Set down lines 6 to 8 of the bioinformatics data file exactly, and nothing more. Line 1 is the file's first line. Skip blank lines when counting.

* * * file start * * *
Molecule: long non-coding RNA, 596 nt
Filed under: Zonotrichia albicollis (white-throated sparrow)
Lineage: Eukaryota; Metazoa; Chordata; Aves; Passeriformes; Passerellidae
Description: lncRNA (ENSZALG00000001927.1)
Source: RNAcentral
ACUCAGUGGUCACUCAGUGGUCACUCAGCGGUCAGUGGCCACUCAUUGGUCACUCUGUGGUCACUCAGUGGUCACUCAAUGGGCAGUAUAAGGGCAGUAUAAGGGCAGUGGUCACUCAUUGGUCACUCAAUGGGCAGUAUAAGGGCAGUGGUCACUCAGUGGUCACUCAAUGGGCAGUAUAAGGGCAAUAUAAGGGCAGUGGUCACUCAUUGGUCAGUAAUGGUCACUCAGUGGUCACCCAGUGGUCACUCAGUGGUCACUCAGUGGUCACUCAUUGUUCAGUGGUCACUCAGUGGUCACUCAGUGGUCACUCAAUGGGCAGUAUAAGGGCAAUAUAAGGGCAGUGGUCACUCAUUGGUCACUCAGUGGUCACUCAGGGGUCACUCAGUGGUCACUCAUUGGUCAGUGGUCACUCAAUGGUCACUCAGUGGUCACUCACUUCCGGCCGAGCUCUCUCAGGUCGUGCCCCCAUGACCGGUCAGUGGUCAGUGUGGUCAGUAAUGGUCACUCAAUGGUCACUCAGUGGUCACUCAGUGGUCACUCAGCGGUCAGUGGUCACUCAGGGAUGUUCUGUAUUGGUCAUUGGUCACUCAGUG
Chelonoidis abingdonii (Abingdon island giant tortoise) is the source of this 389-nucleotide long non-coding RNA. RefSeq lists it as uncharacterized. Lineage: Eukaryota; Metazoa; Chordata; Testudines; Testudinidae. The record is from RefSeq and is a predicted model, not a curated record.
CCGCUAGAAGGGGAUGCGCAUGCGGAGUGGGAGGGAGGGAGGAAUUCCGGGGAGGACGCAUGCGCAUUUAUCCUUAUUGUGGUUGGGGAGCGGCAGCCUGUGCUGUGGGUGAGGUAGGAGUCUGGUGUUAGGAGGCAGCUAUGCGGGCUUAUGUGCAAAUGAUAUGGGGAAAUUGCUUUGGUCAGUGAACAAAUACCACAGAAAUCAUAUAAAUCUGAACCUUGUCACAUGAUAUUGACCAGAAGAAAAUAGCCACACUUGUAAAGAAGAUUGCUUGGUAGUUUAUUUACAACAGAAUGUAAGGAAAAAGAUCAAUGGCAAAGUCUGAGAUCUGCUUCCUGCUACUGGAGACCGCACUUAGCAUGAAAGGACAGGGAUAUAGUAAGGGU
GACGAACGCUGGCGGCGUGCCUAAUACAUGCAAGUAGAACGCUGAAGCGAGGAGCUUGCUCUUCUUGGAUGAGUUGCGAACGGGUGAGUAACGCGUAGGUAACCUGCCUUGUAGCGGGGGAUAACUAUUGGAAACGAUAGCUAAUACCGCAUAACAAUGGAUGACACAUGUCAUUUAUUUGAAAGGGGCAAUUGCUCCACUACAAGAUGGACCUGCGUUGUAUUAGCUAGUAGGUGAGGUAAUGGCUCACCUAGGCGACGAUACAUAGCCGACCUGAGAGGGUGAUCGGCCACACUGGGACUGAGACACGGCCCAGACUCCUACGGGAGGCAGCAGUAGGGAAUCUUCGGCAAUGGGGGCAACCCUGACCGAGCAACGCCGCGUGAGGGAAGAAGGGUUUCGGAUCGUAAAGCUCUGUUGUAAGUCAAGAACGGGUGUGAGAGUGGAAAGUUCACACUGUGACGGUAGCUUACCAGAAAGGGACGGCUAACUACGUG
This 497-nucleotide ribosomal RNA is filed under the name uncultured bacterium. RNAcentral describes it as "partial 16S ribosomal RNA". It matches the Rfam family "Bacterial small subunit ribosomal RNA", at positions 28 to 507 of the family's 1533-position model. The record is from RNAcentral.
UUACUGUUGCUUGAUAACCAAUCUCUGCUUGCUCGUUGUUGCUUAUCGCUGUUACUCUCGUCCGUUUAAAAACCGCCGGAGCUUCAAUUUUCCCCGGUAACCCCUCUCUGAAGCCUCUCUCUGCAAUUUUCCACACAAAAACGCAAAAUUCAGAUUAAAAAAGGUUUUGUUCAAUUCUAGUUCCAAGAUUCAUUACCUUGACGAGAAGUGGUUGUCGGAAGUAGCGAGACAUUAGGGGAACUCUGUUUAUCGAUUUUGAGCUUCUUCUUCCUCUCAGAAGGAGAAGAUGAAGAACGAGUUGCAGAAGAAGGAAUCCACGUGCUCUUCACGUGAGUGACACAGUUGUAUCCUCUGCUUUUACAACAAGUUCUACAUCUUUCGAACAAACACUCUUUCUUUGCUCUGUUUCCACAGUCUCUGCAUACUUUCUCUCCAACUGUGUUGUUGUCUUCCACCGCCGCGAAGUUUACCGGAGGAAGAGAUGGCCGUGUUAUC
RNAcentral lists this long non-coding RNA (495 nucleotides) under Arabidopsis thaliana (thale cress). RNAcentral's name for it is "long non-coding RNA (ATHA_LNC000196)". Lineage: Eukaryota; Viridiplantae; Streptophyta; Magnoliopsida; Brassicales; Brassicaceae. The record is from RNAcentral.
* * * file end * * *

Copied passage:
ACUCAGUGGUCACUCAGUGGUCACUCAGCGGUCAGUGGCCACUCAUUGGUCACUCUGUGGUCACUCAGUGGUCACUCAAUGGGCAGUAUAAGGGCAGUAUAAGGGCAGUGGUCACUCAUUGGUCACUCAAUGGGCAGUAUAAGGGCAGUGGUCACUCAGUGGUCACUCAAUGGGCAGUAUAAGGGCAAUAUAAGGGCAGUGGUCACUCAUUGGUCAGUAAUGGUCACUCAGUGGUCACCCAGUGGUCACUCAGUGGUCACUCAGUGGUCACUCAUUGUUCAGUGGUCACUCAGUGGUCACUCAGUGGUCACUCAAUGGGCAGUAUAAGGGCAAUAUAAGGGCAGUGGUCACUCAUUGGUCACUCAGUGGUCACUCAGGGGUCACUCAGUGGUCACUCAUUGGUCAGUGGUCACUCAAUGGUCACUCAGUGGUCACUCACUUCCGGCCGAGCUCUCUCAGGUCGUGCCCCCAUGACCGGUCAGUGGUCAGUGUGGUCAGUAAUGGUCACUCAAUGGUCACUCAGUGGUCACUCAGUGGUCACUCAGCGGUCAGUGGUCACUCAGGGAUGUUCUGUAUUGGUCAUUGGUCACUCAGUG
Chelonoidis abingdonii (Abingdon island giant tortoise) is the source of this 389-nucleotide long non-coding RNA. RefSeq lists it as uncharacterized. Lineage: Eukaryota; Metazoa; Chordata; Testudines; Testudinidae. The record is from RefSeq and is a predicted model, not a curated record.
CCGCUAGAAGGGGAUGCGCAUGCGGAGUGGGAGGGAGGGAGGAAUUCCGGGGAGGACGCAUGCGCAUUUAUCCUUAUUGUGGUUGGGGAGCGGCAGCCUGUGCUGUGGGUGAGGUAGGAGUCUGGUGUUAGGAGGCAGCUAUGCGGGCUUAUGUGCAAAUGAUAUGGGGAAAUUGCUUUGGUCAGUGAACAAAUACCACAGAAAUCAUAUAAAUCUGAACCUUGUCACAUGAUAUUGACCAGAAGAAAAUAGCCACACUUGUAAAGAAGAUUGCUUGGUAGUUUAUUUACAACAGAAUGUAAGGAAAAAGAUCAAUGGCAAAGUCUGAGAUCUGCUUCCUGCUACUGGAGACCGCACUUAGCAUGAAAGGACAGGGAUAUAGUAAGGGU